Scripture Focus: Genesis 12:1
The Lord had said to Abram, “Go from your country, your people and your father’s household to the land I will show you.”
Reflection: The Landless Wanderer
By Erin Newton
Nomad. Vagabond. Roamer. We have many words for those who travel, often without a permanent home. Gordon Wenham refers to Abraham as a “landless wanderer” to our human eyes.
The story of Abraham’s call marks a pivotal moment in Genesis. From creation to the Tower of Babel, humanity has encountered a series of judgments: the banishment from the Garden, the curse of Cain, the Flood, and the disruption of easy communication. God now calls out to one person, granting a message of peace and blessing to him.
From the text, we know that Abraham was 75 with a wife, extended family, but no children. He had servants (whether they were slaves or willing employees, it is unclear in this chapter) and many possessions.
In short, he was well established, self-sufficient. He was a man of means that quickly caught the attention of the Egyptian Pharaoh later in the chapter. The stability that Abraham enjoyed was self-made and self-secured.
Suddenly, God calls him to walk an unknown path with an unknown future, leave all he ever knew. Everything hinged upon the promise that God would bless his family and through him, the world. The details were vague, only a promise. By faith, Abraham responded and followed.
It is hard to imagine someone of great means leaving it all. The idea is so mystifying that we are enamored by stories with such plotlines. Royals leaving the monarchy. Billionaires donating their wealth. Pastors leaving their megachurch. The security in each case is established through wealth, power, prestige, or popularity. Give that up? Preposterous!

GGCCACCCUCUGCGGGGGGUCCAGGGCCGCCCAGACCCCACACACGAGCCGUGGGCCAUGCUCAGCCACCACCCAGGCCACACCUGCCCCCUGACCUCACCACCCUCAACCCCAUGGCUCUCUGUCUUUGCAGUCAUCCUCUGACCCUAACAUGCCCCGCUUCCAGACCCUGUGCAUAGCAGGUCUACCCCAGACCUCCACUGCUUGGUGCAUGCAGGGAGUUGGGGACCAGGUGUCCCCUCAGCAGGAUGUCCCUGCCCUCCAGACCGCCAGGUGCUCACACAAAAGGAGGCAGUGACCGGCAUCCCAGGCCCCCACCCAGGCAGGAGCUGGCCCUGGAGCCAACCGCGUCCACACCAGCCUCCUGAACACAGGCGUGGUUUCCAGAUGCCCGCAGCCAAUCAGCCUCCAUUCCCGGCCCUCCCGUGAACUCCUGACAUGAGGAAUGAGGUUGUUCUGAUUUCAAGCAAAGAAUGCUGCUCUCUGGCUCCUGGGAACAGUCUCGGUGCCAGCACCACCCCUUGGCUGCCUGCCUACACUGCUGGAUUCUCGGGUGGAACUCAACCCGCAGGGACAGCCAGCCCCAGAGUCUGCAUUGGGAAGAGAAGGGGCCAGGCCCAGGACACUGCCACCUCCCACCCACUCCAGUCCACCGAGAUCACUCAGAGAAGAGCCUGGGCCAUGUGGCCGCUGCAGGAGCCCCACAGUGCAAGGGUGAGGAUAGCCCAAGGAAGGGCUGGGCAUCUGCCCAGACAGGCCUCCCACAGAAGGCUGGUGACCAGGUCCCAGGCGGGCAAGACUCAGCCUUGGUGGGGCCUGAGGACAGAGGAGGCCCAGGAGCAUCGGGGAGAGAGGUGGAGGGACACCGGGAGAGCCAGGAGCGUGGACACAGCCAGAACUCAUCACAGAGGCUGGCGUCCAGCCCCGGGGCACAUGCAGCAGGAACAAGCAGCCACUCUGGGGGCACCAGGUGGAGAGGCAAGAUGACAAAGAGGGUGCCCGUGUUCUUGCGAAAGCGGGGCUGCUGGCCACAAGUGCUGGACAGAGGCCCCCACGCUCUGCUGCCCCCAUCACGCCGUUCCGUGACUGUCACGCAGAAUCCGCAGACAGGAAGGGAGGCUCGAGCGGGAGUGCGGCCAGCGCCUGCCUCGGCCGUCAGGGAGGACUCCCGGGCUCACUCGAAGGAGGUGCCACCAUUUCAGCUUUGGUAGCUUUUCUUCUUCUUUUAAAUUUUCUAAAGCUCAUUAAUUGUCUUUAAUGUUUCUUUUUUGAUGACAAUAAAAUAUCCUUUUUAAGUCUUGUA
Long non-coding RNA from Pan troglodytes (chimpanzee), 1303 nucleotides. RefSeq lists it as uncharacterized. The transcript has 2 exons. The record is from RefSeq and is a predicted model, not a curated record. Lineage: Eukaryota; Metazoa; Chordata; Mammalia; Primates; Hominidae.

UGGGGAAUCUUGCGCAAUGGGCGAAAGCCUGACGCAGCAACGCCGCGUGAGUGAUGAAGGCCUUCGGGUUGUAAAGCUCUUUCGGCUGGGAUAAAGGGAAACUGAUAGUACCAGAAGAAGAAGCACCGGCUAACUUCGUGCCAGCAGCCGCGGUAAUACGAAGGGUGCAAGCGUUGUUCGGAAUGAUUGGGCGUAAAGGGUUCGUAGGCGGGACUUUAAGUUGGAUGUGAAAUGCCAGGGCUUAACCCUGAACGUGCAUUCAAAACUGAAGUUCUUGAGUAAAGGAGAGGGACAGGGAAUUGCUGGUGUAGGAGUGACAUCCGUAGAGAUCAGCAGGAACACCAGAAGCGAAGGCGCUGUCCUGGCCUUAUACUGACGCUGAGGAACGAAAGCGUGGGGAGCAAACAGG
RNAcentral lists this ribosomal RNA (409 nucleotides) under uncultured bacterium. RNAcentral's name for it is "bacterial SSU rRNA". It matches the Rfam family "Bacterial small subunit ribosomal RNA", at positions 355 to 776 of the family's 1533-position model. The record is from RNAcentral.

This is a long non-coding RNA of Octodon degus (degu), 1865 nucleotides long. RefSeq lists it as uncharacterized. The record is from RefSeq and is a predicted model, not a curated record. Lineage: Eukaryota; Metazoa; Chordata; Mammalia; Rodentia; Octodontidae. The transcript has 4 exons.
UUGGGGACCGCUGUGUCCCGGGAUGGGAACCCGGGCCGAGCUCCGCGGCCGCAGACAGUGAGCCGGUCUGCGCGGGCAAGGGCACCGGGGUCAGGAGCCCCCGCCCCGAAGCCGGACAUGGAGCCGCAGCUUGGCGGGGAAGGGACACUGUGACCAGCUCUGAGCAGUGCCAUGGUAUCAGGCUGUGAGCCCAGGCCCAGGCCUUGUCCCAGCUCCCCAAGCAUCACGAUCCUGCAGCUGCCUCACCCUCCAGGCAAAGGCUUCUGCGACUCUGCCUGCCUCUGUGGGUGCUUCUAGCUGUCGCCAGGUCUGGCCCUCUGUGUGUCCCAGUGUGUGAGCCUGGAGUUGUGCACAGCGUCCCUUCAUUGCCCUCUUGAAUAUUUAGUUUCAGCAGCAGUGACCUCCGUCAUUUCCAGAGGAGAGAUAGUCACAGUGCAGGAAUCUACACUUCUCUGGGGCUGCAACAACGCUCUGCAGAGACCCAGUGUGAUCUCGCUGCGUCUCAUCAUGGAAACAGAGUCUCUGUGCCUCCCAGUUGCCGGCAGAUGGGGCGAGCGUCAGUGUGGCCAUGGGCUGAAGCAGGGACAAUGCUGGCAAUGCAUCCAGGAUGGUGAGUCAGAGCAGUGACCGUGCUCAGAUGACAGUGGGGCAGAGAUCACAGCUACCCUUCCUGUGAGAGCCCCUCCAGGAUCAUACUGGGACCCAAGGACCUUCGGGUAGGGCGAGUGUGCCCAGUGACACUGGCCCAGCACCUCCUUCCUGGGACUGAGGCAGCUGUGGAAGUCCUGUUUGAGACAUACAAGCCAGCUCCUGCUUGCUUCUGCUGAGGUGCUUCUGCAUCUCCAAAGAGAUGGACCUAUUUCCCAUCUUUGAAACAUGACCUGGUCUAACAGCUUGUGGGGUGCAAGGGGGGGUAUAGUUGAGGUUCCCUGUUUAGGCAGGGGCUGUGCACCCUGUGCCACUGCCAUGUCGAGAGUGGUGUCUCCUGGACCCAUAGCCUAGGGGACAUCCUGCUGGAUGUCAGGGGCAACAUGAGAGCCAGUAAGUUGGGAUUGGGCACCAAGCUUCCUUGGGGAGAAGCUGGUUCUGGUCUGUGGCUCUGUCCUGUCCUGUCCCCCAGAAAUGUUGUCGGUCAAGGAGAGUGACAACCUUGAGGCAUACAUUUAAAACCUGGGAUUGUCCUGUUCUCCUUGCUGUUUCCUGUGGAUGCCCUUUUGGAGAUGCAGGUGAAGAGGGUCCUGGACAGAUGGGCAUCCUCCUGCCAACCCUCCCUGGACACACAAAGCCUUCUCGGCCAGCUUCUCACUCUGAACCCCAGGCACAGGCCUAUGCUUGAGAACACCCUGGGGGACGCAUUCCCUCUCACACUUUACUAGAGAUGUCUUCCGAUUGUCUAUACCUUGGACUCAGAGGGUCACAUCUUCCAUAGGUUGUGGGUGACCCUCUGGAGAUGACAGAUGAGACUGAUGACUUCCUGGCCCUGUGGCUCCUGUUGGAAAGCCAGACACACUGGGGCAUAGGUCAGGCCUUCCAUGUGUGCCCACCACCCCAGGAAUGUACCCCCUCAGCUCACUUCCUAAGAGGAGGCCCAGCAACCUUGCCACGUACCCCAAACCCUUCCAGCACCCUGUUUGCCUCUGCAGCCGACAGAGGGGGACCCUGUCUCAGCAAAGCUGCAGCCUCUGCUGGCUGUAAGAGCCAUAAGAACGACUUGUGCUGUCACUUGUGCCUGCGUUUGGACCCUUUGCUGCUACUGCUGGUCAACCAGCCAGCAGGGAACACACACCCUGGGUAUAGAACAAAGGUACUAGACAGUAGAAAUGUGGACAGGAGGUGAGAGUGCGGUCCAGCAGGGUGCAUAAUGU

In these cases, the reason could be righteous or not. In the case of Abraham, it is a righteous response that is expressed in his immediate worship. Abraham would follow, perhaps looking like a fool to his peers.
It is a call we see repeated throughout the Bible. Jesus, a landless wanderer himself with no place to lay his head, leaves the glory of the right hand of God to fulfill his call on Earth. The disciples, busy with their work, are called to leave it all and follow Jesus. We are called to do the same.
Each journey is not without trials and tribulations. Abraham was not exempt. Jesus was not exempt. We will not be exempt.
What has God called you to do? Where has he called you to go? Where will you be a blessing?
Divine Hours Prayer: A Reading
Jesus taught us, saying: “Do not worry; do not say, ‘What are we to eat? What are we to drink? What are we to wear?’ It is the gentiles who set their hearts on all these things. Your heavenly Father knows you need them all. Set your hearts on his kingdom first, and on God’s saving justice, and all these other things will be given you as well.” — Matthew 6.31-33
Genesis 12 (Listen 2:51)
John 11 (Listen 6:37)
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To believe in God as Abraham did is to be right with God because faith honors God. Faith says to God: “I believe what you say.”
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